SDLT plays key role in mover’s decision making
Recent academic research suggests that stamp duty is a key factor when it comes to deciding whether to move home.
The report from the London School of Economics (LSE) found that the tax was a ‘very important’ or ‘decisive’ factor for three in ten people that purchased a home in 2007, with 45% stating that it would play an equally important role when trying to move up the housing ladder.
The tax also appeared to be affecting older homeowners, claiming that where older borrowers are concerned, it is the second most influential factor to whether they choose to downsize or not. Despite four in ten stating that they were due to move to a retirement or smaller home, the report revealed that the stamp duty surcharge of 3% would put them off doing so, should they fail to sell their first home in time.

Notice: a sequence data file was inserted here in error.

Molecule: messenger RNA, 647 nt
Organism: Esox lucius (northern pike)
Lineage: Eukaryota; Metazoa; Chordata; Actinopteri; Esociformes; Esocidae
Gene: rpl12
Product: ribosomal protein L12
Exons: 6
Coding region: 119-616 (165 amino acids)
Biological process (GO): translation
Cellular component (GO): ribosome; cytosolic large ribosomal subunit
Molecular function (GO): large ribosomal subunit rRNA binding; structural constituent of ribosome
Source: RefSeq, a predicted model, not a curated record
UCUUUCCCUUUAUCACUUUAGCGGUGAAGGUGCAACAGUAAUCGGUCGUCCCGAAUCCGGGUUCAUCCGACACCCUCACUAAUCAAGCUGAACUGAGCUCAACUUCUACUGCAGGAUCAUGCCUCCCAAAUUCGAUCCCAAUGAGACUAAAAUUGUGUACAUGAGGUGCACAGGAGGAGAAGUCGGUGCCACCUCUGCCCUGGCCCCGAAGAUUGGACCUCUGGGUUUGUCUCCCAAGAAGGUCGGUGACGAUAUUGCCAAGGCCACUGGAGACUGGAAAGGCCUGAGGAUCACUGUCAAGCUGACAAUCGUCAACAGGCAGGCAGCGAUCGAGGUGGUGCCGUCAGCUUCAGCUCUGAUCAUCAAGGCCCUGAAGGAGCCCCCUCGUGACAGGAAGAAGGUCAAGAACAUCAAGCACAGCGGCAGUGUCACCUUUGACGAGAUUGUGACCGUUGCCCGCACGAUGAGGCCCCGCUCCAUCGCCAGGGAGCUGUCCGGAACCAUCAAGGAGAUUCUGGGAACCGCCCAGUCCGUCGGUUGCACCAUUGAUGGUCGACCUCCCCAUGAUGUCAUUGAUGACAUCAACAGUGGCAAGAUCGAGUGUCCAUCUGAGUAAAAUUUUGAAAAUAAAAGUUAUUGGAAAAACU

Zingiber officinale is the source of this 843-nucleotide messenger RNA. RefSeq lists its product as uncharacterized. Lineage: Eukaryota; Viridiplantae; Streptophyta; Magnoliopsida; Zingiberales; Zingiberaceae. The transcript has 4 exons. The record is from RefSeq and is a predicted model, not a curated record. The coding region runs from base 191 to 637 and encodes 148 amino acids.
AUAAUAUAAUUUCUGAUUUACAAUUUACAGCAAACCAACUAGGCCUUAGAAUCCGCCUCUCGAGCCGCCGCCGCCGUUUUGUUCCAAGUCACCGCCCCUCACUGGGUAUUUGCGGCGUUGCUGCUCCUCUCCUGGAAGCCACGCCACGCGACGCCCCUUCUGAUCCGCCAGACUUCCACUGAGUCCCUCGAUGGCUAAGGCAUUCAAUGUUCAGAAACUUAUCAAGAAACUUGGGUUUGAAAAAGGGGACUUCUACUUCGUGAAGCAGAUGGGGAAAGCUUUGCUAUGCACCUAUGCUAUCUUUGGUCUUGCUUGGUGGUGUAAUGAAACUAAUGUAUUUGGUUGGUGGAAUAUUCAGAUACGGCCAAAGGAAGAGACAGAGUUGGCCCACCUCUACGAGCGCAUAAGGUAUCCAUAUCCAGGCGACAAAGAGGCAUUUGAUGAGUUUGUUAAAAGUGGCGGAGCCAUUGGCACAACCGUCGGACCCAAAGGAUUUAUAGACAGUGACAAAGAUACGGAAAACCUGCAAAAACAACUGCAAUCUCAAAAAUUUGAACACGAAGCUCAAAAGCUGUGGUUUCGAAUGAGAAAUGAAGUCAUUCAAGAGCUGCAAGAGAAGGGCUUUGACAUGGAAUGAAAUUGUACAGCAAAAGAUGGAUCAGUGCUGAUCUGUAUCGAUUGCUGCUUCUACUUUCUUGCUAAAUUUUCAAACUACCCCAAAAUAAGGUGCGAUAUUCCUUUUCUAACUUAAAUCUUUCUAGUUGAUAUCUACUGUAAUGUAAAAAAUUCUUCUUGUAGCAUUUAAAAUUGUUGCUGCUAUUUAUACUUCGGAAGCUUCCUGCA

However, the report stressed that the effects of stamp duty are not limited to one particular group of home movers, but ‘ripple through the entire market’. In turn, it stated that the tax has a knock-on effect on the whole housebuilding industry.
According to the report, economists and policy experts have reached a ‘near-consensus’ that an alternative could bring more favourable results for all parties concerned. It suggested that a refined version of council tax or annual property tax could not only produce the same revenue as SDLT, but also help to restore the current market.
Whilst acknowledging that not everyone will benefit for a change in the tax system, it stated that a gradual process could alleviate the impact on individuals, stating: ‘Inevitably there would be winners and losers from any tax change, but carefully designed transitional arrangements could mitigate effects on individual households. The phased reduction in mortgage interest tax relief in the 1980s and 1990s, and the eventual abolition of the relief in 2000, show that sensible tax change is possible. A brave government should at least start the process of shifting taxation away from transactions necessary for a flexible housing market.’